Brew-pub on tap for former Chili's site
Golden Valley features all-natural beef and 10 handcrafted beers
To some, the neighborhood pub is just another local business that provides a workaday backdrop for the occasional beer and burger.
To a growing number of others, it's a de facto community center where friends gather to relax and fraternize over carefully crafted microbrews and a hearty array of casual, yet creatively prepared menu options.
Peter Kircher sees his Golden Valley Brewery, which could open as early as this fall in the former Chili's restaurant at 1570 N.W. Bethany Blvd., in the latter category.
'In Europe, pubs are an integral part of their culture. It's part of their daily life,' he says. 'You visit those places to see friends. I think we're just starting to get that woven into our culture. There's a huge value to it.'
Kircher, 56, should know. He's fostered that culture of camaraderie since 1993, when he opened the original Golden Valley Brewery in McMinnville.
True to its evocative name, the restaurant and bar specializes in handcrafted beer and tasty appetizers and entrees featuring all-natural beef. Kircher and his wife, Celia, raise the source steers on their Angus Springs Ranch near McMinnville.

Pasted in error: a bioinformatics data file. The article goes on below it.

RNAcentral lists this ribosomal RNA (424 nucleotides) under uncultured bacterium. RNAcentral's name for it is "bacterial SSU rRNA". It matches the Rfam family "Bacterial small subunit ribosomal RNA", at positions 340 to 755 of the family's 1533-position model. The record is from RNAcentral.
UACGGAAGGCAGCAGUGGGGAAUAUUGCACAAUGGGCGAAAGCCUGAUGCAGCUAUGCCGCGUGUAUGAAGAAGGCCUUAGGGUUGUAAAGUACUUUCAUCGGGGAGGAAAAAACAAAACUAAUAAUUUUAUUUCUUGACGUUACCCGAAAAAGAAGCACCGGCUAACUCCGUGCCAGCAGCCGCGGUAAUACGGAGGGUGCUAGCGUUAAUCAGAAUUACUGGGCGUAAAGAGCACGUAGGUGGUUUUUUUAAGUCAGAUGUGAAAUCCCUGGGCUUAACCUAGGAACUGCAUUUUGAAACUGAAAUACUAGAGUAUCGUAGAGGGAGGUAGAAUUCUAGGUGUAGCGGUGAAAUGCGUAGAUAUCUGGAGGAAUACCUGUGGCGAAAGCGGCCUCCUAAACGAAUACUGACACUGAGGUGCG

Kircher says he anticipates hiring 80 to 90 new employees for the 5,500-square-foot Beaverton restaurant, which - once a series of bureaucratic hurdles are overcome (see accompanying article below) - will be fully renovated.
The brewery, however, will remain in McMinnville, with kegs of Golden Valley's 10 or so sudsy options 'imported' from its headquarters to the south.
The eatery will also include a full bar with liquor and a specialty drink menu.
'The brewery stays here,' Kircher says from his McMinnville office. 'The water and electricity in Beaverton are too expensive. And we can barely fit a restaurant on that (property) footprint.'
Limitations aside, Kircher says a recent convergence of opportunity and events convinced him Beaverton would make an ideal second location for the Golden Valley concept.